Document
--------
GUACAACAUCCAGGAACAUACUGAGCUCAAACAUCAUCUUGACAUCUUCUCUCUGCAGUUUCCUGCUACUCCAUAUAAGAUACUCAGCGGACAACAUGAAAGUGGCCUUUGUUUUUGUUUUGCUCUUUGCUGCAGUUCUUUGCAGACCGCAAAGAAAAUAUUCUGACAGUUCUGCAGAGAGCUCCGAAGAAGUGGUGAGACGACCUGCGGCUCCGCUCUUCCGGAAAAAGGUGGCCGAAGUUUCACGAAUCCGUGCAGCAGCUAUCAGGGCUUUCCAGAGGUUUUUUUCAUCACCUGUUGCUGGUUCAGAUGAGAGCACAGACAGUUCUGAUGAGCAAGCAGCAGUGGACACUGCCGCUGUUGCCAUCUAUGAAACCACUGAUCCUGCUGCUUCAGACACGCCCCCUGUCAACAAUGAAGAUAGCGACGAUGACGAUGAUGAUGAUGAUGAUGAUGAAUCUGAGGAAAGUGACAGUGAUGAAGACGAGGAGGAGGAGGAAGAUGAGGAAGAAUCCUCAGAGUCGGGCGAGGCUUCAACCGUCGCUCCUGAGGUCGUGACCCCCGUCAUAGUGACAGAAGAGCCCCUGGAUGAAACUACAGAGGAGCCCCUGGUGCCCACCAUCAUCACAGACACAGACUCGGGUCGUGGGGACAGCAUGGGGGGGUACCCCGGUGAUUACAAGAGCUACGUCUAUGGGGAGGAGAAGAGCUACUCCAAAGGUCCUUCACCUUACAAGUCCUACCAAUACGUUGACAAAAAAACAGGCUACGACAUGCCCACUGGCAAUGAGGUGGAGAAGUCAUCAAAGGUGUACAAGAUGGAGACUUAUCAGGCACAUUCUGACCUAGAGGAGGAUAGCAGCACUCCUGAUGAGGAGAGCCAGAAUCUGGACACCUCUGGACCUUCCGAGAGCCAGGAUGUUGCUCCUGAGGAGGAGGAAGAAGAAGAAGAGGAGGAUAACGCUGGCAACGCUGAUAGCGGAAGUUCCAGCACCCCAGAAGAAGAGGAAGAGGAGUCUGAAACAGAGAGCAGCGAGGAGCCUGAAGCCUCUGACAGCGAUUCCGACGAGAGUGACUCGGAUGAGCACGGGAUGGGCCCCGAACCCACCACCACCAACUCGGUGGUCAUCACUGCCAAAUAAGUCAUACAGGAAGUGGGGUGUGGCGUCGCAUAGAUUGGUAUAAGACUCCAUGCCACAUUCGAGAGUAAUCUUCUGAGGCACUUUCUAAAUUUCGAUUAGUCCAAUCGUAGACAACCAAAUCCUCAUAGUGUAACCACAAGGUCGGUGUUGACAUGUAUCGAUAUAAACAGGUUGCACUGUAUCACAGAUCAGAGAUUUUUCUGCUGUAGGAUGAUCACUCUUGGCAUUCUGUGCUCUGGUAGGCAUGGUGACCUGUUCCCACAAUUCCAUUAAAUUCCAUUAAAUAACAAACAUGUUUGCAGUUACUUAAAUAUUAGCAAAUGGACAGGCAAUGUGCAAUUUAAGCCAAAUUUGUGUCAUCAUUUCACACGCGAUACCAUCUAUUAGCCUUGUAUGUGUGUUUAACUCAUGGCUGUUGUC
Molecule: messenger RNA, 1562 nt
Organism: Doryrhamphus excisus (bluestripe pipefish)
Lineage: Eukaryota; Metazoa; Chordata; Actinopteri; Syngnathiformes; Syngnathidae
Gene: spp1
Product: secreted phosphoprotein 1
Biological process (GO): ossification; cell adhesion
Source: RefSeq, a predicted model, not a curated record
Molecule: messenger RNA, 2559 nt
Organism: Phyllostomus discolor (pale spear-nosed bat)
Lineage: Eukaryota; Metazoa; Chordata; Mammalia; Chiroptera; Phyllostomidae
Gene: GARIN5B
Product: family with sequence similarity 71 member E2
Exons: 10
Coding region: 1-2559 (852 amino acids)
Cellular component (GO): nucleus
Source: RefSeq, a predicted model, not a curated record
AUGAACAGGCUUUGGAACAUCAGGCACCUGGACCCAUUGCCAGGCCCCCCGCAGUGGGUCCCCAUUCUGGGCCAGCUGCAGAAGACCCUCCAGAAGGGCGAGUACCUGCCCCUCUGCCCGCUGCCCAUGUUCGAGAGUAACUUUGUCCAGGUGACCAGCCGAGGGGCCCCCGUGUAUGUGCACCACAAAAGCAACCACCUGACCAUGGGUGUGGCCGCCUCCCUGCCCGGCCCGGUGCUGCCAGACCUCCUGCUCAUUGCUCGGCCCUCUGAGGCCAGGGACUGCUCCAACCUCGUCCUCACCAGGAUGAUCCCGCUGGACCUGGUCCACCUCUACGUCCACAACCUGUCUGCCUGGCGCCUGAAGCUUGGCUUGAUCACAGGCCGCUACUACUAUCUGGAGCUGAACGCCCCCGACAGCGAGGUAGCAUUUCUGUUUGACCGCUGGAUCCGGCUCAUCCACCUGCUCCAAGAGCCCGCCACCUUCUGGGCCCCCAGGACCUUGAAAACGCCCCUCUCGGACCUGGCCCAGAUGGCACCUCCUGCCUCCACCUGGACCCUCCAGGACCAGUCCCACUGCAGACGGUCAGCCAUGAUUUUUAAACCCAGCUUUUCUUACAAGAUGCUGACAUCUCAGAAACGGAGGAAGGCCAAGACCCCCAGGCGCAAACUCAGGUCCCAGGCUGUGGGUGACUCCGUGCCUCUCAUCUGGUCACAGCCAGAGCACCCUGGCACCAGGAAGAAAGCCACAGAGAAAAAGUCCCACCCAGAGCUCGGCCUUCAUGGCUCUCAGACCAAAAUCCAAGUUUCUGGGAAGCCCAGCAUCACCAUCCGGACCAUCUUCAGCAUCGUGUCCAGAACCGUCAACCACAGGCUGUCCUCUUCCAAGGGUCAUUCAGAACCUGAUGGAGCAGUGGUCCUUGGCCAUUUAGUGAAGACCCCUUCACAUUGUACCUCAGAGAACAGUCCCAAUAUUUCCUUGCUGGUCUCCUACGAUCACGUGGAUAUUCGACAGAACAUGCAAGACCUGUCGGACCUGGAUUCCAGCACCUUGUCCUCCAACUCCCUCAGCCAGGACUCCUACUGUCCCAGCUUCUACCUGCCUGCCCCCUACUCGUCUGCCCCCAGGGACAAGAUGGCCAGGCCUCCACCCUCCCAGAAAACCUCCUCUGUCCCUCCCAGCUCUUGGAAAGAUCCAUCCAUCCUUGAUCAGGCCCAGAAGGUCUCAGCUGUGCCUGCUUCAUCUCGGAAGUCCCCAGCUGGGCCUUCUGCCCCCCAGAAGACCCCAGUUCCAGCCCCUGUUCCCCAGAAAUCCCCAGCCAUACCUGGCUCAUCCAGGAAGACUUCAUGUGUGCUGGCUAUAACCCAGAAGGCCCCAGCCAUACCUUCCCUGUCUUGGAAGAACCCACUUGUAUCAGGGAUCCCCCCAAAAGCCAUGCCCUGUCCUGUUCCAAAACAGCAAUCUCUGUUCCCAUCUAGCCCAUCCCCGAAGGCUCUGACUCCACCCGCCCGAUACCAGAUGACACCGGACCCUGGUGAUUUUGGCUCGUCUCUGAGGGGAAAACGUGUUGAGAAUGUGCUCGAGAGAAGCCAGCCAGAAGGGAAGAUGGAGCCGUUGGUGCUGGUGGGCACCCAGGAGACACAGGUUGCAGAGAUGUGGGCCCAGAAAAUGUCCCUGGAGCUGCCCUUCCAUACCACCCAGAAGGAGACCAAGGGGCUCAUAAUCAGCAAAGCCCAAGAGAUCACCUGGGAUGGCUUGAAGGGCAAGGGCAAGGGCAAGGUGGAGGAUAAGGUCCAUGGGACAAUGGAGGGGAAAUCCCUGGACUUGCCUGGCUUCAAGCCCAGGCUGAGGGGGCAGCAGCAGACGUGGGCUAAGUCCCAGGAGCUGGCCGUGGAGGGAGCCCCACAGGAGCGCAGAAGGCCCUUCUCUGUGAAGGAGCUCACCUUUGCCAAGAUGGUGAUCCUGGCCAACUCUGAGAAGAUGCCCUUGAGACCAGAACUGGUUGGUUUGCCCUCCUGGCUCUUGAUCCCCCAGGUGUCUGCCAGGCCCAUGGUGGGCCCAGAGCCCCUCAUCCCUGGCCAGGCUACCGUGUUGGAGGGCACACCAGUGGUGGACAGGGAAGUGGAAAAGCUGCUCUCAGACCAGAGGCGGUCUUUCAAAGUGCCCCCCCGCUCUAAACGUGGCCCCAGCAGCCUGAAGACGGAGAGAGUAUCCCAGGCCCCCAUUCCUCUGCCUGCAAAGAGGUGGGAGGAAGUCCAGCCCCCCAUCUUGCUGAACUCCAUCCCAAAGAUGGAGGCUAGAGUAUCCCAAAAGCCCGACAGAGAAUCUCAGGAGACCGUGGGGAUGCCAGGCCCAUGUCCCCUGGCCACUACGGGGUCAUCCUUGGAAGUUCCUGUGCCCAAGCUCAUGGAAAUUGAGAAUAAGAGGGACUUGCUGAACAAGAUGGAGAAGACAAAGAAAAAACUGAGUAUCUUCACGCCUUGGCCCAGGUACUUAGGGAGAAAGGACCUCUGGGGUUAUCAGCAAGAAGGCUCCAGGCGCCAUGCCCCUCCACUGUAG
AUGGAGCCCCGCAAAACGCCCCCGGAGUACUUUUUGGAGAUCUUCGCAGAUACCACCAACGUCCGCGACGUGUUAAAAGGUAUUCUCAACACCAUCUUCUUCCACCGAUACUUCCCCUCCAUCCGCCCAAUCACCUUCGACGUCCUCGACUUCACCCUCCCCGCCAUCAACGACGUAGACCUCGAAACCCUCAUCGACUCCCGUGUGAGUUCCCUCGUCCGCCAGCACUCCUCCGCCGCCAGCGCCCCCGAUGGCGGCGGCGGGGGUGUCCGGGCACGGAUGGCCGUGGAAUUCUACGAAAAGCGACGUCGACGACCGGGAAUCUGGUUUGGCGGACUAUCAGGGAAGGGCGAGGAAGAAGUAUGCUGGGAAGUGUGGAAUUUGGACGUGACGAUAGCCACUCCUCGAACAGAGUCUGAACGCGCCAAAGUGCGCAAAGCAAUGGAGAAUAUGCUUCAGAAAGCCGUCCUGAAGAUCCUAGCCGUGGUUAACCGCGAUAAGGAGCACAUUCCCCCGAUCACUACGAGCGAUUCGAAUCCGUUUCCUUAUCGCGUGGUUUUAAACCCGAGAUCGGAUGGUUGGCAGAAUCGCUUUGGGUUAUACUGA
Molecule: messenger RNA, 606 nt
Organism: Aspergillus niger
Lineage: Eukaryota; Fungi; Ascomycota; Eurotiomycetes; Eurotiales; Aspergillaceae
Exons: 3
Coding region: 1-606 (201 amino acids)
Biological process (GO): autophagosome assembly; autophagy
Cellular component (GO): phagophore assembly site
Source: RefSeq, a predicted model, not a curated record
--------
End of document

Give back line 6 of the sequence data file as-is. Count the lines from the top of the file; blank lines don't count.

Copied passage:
Product: secreted phosphoprotein 1